Dodgers rookie Julio Urias allows 3 runs, exits after 2⅔ innings

ByDoug Padilla ESPN logo
Saturday, May 28, 2016

NEW YORK -- The first teenage starter in 11 years failed to get through three innings Friday, when Los Angeles Dodgers rookie Julio Urias departed after 2 innings against the New York Mets.

But the short outing mattered little to Urias.

"I'm not going to lie. When I went out there, I started thinking of everything I had to go through to get here," he said, speaking through a translator after the Dodgers' 6-5 loss.

"I will never forget anything that happened in this game because this is the happiest day of my life."

A fill-in starter for Alex Wood, who is dealing with minor triceps soreness, the 19-year-old Urias brought a 27-inning scoreless streak at Triple-A into the outing. It did not continue; Urias gave up three runs in the first inning.

Neil Walker delivered the first run off the left-hander with an RBI single, and Juan Lagares followed with a two-run double. Both RBI hits came with two outs.

Urias quickly realized the big league batters are much better than their Triple-A counterparts.

"They're looking for specific pitches, and sometimes I tried to fool them and I wasn't able to," he said.

Urias walked one batter in a scoreless second inning before walking two more and loading the bases in the third. He was replaced after just 59 minutes by right-hander Chris Hatcher, who got out of the jam with a strikeout of opposing pitcher Jacob deGrom.

All three Mets' runs off Urias were earned. He gave up five hits and four walks, striking out three and adding a wild pitch. He struggled with his control and the strike zone of plate umpire Dan Bellino, throwing 81 pitches to 17 batters, just 42 strikes, and starting 13 of 17 batters with balls, including his opening five and nine of his first 10.

"I thought some of them were in the zone," Urias said. "I have to look at the video to double-check and see if, in fact, they were strikes, and [if so], then it was a good call by the umpire."

Urias, who was limited to just 90 pitches for the game, became the first Dodgers pitcher to throw 80-plus pitches in fewer than three innings since Clayton Kershaw on June 10, 2009, according to ESPN Stats & Information.

"I think there is a reason why the team called me up," Urias said. "Baseball isn't easy, but I am going to continue to work so that next time we can get those results."

The last pitcher to start a major league game before his 20th birthday was Felix Hernandez of the Seattle Mariners. On Aug. 4, 2005, Hernandez gave up just one earned run over five innings against the Detroit Tigers, throwing 81 pitches in a game he ultimately lost.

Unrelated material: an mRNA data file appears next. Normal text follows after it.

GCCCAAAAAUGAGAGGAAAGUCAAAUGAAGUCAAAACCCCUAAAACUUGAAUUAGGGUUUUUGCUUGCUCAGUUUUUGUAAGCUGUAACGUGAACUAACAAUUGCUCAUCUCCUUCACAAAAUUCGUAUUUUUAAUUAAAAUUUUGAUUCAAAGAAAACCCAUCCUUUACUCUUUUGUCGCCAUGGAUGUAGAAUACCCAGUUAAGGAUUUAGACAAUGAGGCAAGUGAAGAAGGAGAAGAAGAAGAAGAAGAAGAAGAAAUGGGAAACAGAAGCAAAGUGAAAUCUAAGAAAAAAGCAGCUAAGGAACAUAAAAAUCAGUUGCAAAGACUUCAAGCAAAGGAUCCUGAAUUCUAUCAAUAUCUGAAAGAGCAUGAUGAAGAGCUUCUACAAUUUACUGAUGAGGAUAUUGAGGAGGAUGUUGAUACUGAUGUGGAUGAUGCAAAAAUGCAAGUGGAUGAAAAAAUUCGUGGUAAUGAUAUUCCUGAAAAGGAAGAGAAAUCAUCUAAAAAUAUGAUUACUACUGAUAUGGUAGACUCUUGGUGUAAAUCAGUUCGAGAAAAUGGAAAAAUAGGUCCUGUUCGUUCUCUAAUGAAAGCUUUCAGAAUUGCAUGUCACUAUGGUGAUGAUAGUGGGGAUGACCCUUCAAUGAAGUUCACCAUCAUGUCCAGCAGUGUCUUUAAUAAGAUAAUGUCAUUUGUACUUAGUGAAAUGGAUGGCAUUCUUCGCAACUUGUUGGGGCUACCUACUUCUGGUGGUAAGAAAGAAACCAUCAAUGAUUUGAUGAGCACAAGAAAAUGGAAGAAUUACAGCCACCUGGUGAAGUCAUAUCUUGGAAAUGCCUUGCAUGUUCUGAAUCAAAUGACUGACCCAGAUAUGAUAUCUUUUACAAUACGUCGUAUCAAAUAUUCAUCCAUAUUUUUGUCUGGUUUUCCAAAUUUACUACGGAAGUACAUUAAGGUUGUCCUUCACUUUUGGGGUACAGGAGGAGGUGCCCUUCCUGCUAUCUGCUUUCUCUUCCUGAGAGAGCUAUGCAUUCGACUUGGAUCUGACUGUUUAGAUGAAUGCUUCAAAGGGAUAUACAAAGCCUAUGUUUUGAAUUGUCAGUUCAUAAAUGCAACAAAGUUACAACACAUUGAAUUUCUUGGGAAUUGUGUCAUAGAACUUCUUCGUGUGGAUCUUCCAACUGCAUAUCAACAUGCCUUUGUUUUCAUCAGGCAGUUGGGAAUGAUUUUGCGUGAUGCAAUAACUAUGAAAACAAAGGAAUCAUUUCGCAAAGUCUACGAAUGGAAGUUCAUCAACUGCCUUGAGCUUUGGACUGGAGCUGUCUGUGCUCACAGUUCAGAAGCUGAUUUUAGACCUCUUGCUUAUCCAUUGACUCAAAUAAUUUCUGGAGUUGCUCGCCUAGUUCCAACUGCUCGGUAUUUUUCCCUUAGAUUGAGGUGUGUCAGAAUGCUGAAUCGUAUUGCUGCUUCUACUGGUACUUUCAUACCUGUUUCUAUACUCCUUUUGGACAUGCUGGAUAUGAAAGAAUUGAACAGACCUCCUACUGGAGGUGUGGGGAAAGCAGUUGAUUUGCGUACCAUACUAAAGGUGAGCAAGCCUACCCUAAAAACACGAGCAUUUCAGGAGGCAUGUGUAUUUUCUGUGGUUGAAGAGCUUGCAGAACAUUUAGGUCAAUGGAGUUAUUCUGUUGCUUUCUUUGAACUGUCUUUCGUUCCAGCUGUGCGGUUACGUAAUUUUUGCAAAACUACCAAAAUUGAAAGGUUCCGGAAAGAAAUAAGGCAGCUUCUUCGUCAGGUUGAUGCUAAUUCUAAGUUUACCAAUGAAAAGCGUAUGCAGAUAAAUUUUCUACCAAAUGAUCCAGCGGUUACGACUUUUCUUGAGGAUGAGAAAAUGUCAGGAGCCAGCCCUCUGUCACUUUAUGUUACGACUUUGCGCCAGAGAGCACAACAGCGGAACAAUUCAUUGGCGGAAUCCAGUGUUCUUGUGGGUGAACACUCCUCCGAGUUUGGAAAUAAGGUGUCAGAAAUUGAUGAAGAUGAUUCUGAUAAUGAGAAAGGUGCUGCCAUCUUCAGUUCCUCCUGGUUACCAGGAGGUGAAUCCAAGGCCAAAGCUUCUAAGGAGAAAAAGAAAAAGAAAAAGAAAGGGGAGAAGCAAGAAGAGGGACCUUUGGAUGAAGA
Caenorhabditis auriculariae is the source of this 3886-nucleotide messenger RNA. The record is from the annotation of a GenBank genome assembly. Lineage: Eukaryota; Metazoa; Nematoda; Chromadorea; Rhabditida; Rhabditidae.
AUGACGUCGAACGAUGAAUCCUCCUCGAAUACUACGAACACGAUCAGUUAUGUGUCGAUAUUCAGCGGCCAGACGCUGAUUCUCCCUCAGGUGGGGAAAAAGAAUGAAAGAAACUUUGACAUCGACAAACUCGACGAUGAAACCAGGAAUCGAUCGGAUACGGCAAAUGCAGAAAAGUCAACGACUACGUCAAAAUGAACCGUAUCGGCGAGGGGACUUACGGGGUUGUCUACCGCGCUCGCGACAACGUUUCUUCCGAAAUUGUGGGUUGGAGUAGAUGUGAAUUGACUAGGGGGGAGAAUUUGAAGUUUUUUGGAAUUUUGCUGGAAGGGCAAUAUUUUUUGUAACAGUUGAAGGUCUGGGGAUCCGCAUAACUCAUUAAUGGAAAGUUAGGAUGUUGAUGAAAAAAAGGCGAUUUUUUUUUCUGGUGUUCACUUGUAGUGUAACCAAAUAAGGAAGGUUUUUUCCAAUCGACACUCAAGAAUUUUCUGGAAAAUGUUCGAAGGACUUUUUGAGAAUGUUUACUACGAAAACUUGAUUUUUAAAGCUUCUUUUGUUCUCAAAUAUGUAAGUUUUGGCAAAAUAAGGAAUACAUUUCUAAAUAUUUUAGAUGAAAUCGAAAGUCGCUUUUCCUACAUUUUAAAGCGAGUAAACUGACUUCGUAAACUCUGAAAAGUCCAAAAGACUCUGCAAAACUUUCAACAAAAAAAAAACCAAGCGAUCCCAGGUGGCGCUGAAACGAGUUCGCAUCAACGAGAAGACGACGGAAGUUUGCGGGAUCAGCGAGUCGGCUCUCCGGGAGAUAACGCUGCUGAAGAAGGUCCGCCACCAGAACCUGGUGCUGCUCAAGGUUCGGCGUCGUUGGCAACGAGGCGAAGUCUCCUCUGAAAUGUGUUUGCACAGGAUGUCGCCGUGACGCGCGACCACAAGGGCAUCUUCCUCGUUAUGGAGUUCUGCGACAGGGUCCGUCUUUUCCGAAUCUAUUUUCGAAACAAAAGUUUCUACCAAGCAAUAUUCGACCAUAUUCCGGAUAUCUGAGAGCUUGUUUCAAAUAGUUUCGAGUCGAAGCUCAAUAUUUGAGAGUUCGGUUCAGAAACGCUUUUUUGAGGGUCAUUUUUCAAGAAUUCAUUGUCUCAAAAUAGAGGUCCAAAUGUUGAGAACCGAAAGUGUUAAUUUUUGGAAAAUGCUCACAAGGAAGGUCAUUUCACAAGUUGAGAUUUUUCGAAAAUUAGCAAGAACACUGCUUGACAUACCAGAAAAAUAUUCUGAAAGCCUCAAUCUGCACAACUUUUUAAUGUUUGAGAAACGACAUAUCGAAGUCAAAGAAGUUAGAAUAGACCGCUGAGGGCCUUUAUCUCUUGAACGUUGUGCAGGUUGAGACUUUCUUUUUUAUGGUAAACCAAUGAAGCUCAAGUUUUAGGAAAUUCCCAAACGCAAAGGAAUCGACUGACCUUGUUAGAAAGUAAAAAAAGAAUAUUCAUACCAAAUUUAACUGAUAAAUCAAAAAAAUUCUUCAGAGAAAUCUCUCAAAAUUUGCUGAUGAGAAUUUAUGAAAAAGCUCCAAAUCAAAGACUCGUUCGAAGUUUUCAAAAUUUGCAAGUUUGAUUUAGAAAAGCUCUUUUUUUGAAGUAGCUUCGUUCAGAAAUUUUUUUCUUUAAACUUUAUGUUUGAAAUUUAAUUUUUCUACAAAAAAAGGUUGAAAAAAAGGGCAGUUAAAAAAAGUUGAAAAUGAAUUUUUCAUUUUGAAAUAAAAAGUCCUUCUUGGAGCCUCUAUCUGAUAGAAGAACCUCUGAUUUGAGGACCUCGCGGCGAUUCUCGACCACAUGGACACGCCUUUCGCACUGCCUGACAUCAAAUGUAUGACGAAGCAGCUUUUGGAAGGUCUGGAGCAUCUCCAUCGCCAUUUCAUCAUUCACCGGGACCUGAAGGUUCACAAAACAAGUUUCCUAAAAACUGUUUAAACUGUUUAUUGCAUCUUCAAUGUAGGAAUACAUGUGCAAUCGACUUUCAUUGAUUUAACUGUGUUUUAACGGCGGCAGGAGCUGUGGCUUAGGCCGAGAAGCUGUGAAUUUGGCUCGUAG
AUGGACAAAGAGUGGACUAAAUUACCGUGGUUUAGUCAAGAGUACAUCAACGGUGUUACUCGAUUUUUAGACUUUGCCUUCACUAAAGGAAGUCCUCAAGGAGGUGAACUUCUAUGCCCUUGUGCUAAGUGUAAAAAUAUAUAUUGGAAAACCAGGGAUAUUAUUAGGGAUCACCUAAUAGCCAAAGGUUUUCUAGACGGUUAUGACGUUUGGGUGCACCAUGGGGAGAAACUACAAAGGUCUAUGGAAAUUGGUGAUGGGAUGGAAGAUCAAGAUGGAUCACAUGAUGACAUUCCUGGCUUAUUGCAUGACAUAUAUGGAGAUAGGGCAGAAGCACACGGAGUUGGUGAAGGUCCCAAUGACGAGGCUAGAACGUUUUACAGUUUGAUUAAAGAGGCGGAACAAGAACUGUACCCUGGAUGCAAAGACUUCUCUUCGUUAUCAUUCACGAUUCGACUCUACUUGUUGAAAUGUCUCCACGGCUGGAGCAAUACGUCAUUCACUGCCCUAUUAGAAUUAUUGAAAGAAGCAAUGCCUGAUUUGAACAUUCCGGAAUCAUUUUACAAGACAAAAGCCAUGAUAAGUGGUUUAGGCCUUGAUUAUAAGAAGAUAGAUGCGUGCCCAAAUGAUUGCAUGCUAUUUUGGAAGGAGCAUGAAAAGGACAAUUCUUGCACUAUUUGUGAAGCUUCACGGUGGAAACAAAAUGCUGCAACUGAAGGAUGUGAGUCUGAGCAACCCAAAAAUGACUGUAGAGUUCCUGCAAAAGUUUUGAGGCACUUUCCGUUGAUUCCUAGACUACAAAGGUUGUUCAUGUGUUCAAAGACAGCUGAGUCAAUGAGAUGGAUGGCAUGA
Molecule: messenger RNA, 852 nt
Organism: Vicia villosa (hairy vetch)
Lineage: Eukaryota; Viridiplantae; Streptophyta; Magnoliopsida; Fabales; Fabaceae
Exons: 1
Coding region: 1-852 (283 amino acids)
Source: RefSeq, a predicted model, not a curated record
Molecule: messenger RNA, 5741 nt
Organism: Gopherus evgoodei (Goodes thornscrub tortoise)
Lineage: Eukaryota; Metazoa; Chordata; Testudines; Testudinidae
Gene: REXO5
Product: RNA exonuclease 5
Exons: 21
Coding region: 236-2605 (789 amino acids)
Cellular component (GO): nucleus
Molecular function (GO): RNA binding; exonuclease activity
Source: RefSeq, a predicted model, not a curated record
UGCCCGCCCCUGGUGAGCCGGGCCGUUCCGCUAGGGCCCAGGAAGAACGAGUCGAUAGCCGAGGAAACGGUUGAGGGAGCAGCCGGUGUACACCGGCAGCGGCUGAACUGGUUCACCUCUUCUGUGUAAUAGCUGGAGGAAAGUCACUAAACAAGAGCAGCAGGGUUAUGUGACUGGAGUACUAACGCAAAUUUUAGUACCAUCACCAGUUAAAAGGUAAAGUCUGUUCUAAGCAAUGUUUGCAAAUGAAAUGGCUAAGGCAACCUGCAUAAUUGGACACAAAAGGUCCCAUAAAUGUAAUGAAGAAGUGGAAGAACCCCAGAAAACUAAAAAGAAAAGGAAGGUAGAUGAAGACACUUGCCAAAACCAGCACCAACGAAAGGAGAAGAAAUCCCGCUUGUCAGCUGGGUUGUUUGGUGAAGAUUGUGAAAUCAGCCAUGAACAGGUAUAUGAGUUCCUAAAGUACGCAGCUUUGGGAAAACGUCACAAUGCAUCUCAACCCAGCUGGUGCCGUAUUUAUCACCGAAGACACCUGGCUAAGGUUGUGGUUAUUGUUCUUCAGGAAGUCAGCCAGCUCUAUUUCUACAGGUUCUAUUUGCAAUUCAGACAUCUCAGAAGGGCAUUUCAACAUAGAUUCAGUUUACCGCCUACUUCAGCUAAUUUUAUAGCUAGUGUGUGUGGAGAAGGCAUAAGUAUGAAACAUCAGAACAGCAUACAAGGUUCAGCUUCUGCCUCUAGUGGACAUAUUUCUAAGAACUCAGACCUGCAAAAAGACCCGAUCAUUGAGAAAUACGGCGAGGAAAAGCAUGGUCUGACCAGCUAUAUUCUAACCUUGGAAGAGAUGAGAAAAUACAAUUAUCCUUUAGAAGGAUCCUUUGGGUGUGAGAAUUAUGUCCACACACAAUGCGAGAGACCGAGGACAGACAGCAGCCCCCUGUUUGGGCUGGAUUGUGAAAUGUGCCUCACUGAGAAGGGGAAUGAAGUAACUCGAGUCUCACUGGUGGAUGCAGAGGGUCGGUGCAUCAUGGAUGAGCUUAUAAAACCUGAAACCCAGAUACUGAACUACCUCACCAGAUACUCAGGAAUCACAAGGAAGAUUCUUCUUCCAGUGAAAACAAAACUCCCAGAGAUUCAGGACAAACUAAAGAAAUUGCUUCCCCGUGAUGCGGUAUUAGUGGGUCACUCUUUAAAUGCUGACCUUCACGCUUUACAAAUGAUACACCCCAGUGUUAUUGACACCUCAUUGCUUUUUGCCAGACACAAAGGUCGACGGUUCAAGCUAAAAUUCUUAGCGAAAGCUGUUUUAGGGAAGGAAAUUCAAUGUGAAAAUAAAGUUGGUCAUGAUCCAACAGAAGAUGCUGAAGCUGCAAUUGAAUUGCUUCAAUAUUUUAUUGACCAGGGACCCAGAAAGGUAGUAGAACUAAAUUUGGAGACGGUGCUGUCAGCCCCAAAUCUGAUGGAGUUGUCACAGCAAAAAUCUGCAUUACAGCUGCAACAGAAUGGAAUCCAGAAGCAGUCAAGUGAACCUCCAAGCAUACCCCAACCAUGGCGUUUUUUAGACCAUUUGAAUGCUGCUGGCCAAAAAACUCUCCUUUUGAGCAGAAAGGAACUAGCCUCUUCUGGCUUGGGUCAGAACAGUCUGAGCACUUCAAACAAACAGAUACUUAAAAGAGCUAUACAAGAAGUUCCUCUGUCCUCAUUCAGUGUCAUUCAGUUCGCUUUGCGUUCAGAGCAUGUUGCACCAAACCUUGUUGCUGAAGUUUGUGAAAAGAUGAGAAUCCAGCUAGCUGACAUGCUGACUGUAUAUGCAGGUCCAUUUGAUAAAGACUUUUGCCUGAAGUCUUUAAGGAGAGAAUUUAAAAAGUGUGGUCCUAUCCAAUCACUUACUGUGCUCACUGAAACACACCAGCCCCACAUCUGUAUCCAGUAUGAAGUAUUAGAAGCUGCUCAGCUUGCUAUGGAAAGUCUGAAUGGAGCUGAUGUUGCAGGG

The Mets' Dwight Gooden in 1984 remains the only teenage starting pitcher in the past 42 years to win his big league debut.

Urias became the first teenager to play for the Dodgers since Fernando Valenzuela in 1980 and the youngest starting pitcher since Dick Calmus in 1963.

"He's got four legit pitches. That's more than I have now," said Kershaw, the Dodgers' ace. "He's got the really hard slider that just shows his aptitude, can learn it in a spring training, and then his curveball still is there, too."

The Dodgers thought the poised Urias would be able to handle the outside factors that come with making a start in New York.

"I think we thought it through as an organization and we just feel good that his time is now," Dodgers manager Dave Roberts said before the game. "We believe in Julio as a player, so I think this is fun for baseball and exciting for baseball in general. For us, there is no better stage."

Urias failed to make the stage his own but did show signs of promise. He struck out the first batter he faced, Curtis Granderson.

"He didn't look rattled. He didn't look nervous by any means, especially with a packed house, on the road," Granderson said. "I thought he held his composure very well."

Urias also offered better command in the second inning. But he was missing both high and low in the strike zone, a sign his release point was not ideal.

"There were some pitches on the edges that he might be used to getting the call," Roberts said. "But he wasn't wild; I think he was just missing and getting behind. I thought his fastball was good and fastball command might be a tick off. There were a couple of seeing-eye hits, a couple of balls hit decent, but you know what, a debut for Julio -- I thought he did well."

Even before the outing, the Dodgers were noncommittal about having Urias start again. Wood is expected to return to the rotation Monday at Chicago against the Cubs. With Mike Bolsinger recently added to the roster, the Dodgers are carrying six starters.

"I think that going forward, we have obviously said from the beginning, us as an organization, we're going to monitor his innings," Roberts said before the game. "He's at 90 pitches tonight, and after tonight we'll all sit down and evaluate going forward what is best for Julio as well as the organization."

The Dodgers were not worried that a poor showing in his debut would set back Urias' development.

"I have been around some really good young pitchers who have immediately hit the ground running, and I have been around really good young pitchers who have taken some time to feel their way through it," president of baseball operations Andrew Friedman said. "We will continue to read and react as long as Julio is up. And when he is back down, do everything we can to continue to put him in the best position to succeed for the long term."

The Associated Press contributed to this report.

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